Freeganism, commonly known as skipping or dumpster diving, has taken the underground world by storm. However, it was a phenomenon that I’d never heard of before I began my crazy hitchhiking adventures. Having had absolutely no information about it before J detailed it to me in a story, I was pretty shocked and a little grossed out when I first heard of it: you eat food from where? I was completely ignorant. I’d always been disturbed at the amount of leftovers thrown away at my old jobs and restaurants, but it wasn’t until my first skip that I came to understand just how bad of a problem food waste truly is.
Freeganism is the practice of reclaiming food that has been thrown out by supermarkets. It is not food that has passed its expiration date- that is a completely separate matter. Rather, freegan food is that which has passed its sell-by date and therefore cannot legally remain on store shelves. A sell-by date is determined by companies in an effort to avoid any opportunity for potential suing situations. In the U.S. alone, 40% of food purchased is wasted. This is despicable, even without considering the number of people who go hungry. By practicing skipping, my cycle buddies and I were able to obtain hundreds of Euros of food in just 26 days- all food that was perfectly delicious (and still in its original packaging), yet thrown aside to waste away!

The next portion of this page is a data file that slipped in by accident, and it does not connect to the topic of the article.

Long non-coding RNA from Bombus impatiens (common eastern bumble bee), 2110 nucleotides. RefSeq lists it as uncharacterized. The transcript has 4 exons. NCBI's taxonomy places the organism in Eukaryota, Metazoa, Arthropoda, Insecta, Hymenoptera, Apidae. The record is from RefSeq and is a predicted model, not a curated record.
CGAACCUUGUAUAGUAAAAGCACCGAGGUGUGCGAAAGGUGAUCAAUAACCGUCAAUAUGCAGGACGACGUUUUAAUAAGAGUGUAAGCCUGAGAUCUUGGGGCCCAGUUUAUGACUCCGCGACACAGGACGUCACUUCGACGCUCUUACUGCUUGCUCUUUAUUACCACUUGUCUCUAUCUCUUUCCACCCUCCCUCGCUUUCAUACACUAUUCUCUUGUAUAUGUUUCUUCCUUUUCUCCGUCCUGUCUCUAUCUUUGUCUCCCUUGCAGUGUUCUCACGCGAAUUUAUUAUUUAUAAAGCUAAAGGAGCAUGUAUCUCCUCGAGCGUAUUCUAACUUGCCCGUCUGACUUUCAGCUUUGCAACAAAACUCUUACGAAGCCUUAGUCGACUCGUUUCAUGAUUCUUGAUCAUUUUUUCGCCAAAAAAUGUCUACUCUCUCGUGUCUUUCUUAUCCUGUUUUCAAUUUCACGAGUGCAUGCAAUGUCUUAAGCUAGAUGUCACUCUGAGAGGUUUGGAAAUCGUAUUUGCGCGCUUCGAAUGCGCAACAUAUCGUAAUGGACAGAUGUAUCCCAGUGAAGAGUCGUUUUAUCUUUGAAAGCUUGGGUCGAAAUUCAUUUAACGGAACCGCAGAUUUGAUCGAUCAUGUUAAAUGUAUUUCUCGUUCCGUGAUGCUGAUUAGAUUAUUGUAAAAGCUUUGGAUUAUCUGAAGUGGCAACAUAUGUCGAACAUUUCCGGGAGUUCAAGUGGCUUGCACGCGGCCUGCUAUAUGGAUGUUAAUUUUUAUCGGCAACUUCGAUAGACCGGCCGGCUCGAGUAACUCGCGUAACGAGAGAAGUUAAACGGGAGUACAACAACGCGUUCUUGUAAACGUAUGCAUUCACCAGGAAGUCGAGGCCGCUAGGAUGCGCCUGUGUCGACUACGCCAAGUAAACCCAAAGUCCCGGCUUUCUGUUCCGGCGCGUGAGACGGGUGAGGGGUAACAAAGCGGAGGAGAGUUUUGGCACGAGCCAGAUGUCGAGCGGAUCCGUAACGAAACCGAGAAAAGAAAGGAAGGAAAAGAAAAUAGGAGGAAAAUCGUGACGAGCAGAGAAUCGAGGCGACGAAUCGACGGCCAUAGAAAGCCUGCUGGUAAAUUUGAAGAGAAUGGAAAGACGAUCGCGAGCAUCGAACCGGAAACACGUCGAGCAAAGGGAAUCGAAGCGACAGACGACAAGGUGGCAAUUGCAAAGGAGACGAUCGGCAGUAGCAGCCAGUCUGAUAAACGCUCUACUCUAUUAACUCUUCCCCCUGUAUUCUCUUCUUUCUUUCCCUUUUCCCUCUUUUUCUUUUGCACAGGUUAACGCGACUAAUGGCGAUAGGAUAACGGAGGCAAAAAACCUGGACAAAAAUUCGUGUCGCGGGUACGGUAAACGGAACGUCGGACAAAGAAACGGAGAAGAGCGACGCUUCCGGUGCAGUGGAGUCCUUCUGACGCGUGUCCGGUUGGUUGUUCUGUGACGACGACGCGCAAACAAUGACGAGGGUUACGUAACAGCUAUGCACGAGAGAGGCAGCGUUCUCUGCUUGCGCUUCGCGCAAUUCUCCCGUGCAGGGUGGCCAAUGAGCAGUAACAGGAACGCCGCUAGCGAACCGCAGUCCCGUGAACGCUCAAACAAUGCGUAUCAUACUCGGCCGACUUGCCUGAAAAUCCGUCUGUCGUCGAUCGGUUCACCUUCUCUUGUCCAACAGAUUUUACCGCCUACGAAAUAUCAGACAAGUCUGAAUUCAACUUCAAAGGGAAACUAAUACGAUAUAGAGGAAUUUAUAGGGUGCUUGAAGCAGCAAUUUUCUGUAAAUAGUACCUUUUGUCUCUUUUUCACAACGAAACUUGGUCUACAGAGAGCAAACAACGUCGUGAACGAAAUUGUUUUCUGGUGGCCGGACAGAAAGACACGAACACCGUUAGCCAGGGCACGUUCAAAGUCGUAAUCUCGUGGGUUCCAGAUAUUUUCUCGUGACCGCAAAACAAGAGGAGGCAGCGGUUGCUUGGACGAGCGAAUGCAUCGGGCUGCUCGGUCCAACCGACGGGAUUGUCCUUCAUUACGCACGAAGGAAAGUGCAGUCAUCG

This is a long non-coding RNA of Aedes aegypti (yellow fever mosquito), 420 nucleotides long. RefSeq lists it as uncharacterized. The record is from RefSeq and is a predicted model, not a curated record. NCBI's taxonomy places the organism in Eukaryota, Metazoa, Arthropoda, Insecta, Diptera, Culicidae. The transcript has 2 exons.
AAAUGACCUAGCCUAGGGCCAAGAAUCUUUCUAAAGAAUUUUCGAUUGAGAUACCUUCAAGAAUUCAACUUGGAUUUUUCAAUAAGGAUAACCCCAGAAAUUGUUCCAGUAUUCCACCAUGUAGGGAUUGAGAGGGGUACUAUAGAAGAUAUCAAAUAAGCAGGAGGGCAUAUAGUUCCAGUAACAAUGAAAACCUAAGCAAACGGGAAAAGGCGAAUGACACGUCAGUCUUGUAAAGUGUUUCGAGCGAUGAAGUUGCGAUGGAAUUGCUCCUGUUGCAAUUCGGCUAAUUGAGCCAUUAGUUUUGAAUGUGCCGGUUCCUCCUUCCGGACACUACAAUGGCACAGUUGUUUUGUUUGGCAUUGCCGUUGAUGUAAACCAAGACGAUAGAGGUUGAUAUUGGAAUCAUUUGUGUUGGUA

In many countries, this practice is actually illegal. For fear of getting sued? I know not. It seems ridiculous to be fined for taking food that has already been discarded as trash, but, unfortunately, it happens around the world. Many companies actually place pad-locks on their bins in an attempt to discourage people from taking the waste. In Germany, a friend and I were kicked out of a store, our cucumber ripped from our purchase-intending grips, because the manager had seen us take four completely sealed juice boxes from the parking lot bin. Rather than allowing us to give him profit for the sole vegetable that we wanted to buy, this man chose to chastise us in German (while we giggled as his accent and facial expressions) and chuck us from the store. “Good riddance, friend”, I remember saying. “We’ll just take our business to the next shop 50 meters away”. This is the only example of trouble I experienced while in pursuit of saving waste, so I think it’s safe to assume that the odds are in your favor.
When searching the bins, you sometimes come up empty handed; other times, you hit the motherload. On one occasion, my friend actually found three small kegs of German beer. Never fret after a fruitless experience: trust me, there will always be more!
Still not convinced? That’s ok. I probably wouldn’t be either. For more information on the subject check out Freegan Info and other related sites. Who knows: it just might change your thinking.
I remember seeing a story on freeganism years ago on the Oprah Winfrey Show. I would totally try it – I just need to find a group.
I wasn’t aware that something liek “Freeganism” actually exist, thanks Leah! Still, what a waste! (pun intended) Probably another miracle of our times, making something like skipping food a legal matter. Some of the finds in your images look like decent “trashures” indeed… ? Need to keep that in mind when being on a longer trip in Europe. Thanks again for sharing!
Wow interesting! I’ve known a few people that have done this, but I honestly thought it was dumpster diving for scraps! Not taking all of the extra food thrown out by businesses. That really is a waste. Do you know what countries it is illegal in?